A California Mosque Was Set On Fire And Graffitied With Christchurch Mosque Attack References

The alleged arson attack comes less than a month after 50 people were killed in a mosque in New Zealand.

A fire at a mosque in Escondido, California, early Sunday is being investigated as a hate crime, police told BuzzFeed News.

The fire, which police believe was set by an arsonist, was reported at 3:15 a.m. at the Dar-ul-Arqam mosque, about 30 miles outside San Diego.

Upon arriving at the scene, officers also found graffiti referencing the New Zealand mosque terror attacks, which killed 50 people earlier this month.

Lt. Chris Lick with the Escondido police declined to elaborate on the graffiti, saying only that it "mentioned the New Zealand incidents — let’s leave it at that.”

The fire, which was extinguished by people who had been staying overnight at the mosque, made minimal damage and did not cause any injuries.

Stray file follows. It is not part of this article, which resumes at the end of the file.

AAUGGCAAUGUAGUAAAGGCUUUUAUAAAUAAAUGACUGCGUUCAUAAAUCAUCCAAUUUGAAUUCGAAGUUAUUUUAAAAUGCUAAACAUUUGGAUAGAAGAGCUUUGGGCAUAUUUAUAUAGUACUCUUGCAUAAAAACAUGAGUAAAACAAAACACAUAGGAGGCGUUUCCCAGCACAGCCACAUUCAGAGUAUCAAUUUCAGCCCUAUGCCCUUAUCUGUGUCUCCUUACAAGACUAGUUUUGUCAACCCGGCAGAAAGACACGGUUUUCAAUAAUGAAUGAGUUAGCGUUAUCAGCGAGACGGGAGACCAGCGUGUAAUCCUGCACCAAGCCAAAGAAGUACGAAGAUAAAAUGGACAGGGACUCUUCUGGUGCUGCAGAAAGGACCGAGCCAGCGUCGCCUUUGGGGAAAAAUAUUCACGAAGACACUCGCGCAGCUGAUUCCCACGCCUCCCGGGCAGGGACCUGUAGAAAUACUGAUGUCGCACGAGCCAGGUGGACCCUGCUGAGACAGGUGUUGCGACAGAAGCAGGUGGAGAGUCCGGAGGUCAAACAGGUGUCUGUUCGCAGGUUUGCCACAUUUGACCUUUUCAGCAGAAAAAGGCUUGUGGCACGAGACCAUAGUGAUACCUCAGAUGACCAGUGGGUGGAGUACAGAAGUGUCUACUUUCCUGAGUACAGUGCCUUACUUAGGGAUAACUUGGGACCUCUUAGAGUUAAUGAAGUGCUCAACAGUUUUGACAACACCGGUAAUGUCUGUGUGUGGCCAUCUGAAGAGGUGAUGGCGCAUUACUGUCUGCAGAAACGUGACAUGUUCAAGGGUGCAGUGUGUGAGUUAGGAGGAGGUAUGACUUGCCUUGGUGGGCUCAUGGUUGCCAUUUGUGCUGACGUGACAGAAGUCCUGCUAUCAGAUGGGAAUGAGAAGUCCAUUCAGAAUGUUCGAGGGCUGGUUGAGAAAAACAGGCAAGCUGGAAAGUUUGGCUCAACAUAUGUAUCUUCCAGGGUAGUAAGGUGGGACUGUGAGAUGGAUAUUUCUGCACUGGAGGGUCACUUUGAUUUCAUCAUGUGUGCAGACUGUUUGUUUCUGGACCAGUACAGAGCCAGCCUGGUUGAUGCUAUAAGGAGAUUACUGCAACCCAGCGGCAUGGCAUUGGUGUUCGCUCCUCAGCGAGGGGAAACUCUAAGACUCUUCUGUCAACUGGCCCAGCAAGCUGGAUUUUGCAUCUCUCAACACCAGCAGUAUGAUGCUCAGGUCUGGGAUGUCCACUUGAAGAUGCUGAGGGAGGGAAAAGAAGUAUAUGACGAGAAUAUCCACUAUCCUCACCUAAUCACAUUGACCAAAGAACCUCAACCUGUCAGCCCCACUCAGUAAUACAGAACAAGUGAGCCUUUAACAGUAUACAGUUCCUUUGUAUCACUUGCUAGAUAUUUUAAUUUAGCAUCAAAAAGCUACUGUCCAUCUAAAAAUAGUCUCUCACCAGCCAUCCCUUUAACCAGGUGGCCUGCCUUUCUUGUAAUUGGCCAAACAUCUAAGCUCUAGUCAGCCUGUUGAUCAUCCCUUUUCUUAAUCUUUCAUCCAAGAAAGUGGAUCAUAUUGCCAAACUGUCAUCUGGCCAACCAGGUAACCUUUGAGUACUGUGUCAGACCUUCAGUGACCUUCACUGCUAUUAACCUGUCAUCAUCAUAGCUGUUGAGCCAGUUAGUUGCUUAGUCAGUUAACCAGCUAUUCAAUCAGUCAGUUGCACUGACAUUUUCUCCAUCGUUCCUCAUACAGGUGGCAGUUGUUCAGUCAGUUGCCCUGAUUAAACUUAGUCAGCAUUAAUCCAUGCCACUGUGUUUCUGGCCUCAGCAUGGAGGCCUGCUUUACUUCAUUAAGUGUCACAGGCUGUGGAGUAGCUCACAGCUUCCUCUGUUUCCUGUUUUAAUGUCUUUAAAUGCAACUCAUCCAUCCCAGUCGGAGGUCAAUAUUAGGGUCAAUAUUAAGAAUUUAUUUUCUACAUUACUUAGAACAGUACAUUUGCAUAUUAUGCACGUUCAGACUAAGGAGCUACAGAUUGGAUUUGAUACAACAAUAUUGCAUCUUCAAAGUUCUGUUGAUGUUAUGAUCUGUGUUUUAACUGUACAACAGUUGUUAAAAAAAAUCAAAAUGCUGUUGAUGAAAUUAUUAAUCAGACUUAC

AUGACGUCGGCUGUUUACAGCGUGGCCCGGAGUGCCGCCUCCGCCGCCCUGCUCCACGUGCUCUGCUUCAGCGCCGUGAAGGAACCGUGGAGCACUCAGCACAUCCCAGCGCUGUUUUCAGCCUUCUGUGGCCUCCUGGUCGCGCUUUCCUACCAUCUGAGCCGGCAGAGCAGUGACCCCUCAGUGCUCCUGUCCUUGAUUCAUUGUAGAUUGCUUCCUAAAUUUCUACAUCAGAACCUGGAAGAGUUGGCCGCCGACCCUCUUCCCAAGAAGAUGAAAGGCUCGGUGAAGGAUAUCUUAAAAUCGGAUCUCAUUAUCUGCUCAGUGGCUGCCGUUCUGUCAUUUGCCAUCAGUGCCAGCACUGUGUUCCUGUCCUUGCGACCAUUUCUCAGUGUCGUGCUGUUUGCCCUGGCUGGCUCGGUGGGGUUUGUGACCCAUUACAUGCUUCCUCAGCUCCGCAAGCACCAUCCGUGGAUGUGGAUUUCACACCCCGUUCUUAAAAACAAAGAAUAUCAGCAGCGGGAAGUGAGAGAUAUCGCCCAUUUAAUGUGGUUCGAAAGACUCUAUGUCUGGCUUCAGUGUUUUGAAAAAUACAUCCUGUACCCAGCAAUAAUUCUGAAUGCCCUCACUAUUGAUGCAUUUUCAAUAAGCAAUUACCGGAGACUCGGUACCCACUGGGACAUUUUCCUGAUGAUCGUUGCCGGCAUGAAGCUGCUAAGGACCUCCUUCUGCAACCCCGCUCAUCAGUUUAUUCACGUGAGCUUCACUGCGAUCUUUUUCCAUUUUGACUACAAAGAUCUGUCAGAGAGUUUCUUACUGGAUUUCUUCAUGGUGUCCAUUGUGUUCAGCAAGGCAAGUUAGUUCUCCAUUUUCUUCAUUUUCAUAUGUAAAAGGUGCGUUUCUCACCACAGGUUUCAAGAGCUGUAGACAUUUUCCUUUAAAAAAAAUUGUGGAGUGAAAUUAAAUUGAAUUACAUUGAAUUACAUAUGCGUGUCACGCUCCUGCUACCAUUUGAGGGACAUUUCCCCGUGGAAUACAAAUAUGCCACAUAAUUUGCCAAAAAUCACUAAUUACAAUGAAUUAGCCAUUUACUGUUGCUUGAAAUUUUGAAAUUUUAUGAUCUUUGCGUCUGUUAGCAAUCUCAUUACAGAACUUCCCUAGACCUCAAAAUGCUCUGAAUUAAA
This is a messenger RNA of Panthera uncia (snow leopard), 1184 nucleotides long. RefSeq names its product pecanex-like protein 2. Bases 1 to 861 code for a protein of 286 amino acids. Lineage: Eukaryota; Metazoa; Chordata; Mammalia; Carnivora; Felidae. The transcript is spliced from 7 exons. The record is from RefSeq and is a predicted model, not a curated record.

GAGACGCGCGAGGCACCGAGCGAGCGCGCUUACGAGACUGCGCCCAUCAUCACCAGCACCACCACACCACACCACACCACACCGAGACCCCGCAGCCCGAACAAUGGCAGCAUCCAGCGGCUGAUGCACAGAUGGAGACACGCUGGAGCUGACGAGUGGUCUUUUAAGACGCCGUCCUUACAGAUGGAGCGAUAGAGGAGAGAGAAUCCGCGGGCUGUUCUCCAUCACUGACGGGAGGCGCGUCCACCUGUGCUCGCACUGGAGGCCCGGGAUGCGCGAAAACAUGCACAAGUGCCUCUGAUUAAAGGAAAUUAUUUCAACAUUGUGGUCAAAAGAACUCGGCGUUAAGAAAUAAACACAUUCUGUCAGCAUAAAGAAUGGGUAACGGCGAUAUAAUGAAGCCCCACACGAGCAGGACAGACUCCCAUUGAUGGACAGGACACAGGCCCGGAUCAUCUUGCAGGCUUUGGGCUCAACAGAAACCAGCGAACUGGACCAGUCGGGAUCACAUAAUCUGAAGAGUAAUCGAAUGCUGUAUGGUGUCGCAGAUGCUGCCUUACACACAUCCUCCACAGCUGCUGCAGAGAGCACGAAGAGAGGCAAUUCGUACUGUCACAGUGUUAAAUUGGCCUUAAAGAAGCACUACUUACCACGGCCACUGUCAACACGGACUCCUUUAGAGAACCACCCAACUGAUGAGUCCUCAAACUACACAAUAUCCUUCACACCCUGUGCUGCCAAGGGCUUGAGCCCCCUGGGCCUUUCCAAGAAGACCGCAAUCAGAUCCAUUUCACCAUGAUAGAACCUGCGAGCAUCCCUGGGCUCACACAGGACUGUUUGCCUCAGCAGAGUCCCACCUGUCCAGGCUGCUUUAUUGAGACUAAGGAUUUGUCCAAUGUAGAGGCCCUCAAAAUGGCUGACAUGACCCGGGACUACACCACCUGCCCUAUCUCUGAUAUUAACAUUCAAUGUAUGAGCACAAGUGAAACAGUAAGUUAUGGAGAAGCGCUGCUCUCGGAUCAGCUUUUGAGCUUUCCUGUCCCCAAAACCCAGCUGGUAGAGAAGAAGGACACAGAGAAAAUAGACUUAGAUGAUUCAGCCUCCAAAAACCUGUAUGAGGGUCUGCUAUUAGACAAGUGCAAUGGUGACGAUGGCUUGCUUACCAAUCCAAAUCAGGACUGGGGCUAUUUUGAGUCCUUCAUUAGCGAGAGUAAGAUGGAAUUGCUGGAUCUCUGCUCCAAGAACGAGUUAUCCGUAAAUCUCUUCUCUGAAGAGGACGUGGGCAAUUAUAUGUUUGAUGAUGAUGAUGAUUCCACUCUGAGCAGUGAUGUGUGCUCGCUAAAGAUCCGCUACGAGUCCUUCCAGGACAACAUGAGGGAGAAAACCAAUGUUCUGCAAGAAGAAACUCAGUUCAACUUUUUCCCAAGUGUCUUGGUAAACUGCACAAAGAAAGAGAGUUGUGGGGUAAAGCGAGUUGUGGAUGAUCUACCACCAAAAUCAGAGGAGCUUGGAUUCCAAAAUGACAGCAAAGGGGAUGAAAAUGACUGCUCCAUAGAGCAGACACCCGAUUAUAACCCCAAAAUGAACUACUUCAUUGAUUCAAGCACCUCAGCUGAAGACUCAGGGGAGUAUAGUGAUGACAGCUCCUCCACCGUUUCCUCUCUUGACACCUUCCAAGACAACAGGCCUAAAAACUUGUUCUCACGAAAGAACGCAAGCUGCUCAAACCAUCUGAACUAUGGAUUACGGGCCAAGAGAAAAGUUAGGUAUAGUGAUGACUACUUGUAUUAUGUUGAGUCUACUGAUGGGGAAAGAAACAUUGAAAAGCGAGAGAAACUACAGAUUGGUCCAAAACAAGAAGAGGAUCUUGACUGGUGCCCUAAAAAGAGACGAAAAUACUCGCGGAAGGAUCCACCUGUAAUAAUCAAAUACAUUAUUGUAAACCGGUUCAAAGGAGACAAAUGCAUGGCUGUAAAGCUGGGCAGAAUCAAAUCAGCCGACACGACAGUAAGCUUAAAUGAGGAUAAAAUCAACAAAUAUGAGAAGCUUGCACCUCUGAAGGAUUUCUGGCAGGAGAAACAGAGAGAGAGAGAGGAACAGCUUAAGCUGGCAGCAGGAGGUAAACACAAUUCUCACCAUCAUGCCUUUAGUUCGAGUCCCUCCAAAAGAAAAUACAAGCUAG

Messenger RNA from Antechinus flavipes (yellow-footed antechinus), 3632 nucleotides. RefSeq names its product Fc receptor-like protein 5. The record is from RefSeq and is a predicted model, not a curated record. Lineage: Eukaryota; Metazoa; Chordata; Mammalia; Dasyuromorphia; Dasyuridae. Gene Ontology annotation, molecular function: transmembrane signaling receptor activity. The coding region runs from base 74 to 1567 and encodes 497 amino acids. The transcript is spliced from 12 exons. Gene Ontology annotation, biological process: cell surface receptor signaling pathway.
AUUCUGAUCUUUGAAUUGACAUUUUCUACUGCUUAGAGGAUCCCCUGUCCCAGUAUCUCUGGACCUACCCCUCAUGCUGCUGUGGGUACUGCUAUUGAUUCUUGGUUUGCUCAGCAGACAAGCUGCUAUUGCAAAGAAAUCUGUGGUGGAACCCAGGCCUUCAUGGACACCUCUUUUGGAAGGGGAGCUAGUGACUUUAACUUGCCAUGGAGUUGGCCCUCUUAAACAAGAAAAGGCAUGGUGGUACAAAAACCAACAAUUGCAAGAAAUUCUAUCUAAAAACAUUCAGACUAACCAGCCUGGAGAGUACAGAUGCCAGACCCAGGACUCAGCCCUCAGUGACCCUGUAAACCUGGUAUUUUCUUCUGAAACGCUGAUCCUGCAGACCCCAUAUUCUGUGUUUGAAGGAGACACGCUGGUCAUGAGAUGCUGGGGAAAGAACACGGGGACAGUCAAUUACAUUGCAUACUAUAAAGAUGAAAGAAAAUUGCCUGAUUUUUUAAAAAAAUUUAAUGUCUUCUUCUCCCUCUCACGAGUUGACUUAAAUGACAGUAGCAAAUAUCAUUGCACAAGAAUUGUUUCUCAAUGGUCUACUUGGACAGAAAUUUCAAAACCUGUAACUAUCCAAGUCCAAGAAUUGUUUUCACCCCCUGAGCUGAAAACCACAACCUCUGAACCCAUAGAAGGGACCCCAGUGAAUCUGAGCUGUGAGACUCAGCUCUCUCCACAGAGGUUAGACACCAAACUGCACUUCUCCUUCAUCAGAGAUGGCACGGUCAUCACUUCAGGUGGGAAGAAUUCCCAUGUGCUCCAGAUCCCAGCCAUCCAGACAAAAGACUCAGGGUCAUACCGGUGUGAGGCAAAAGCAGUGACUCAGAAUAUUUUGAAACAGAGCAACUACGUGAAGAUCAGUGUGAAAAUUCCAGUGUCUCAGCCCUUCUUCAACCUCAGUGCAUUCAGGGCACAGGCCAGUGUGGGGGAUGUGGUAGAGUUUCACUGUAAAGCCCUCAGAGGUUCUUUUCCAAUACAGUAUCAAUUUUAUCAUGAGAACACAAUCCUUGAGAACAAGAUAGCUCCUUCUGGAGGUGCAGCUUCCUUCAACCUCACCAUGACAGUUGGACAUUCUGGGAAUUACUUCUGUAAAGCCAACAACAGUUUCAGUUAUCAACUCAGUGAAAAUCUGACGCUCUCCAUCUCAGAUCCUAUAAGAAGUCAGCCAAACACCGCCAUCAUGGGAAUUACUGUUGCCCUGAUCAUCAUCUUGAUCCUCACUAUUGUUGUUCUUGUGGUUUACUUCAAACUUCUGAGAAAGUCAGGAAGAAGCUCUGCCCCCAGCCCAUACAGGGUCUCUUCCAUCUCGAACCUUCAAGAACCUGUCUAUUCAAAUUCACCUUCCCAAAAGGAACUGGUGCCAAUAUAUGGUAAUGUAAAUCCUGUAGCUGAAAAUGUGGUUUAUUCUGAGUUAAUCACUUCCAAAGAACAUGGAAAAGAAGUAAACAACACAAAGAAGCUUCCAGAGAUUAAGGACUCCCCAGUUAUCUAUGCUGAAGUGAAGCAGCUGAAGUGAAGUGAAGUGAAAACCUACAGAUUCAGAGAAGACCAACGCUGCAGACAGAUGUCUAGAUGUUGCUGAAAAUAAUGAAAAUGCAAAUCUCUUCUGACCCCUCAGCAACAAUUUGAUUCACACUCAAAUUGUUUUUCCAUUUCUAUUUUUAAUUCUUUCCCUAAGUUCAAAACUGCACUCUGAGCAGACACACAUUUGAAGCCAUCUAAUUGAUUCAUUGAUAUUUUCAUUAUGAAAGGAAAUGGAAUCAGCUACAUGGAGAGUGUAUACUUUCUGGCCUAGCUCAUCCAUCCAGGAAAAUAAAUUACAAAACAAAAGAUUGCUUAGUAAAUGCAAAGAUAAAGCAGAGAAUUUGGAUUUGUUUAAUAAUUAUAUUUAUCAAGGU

No suspects were immediately identified, police said, and the FBI is now assisting with the investigation.

Seven people had been staying overnight in the mosque to perform itikaf, the practice of secluding oneself in the mosque to pray, Dustin Craun, the San Diego executive director of the Council on American–Islamic Relations, said.

"And they still stayed there last night," Craun said. "They’re holding it down."

A spokesperson for the mosque declined to comment.

Karem Elhams, a member of the local Muslim community and the founder of a local Islamic center, told BuzzFeed News they believe "an Islamophobe poured gasoline on the side of the building."

"Fortunately, he ran off when people inside the mosque preparing for morning prayer heard some noise outside and went to see what was happening and were able to scare him off," Elhams said.

In a statement from the local CAIR chapter, Craun said the organization is grateful the fire was quickly extinguished, and asked anyone with information on a suspect to come forward.

“It is disturbing enough that some sick individual would attempt to burn a house of worship to the ground, but referencing the slayings in New Zealand is beyond the pale," Craun said.

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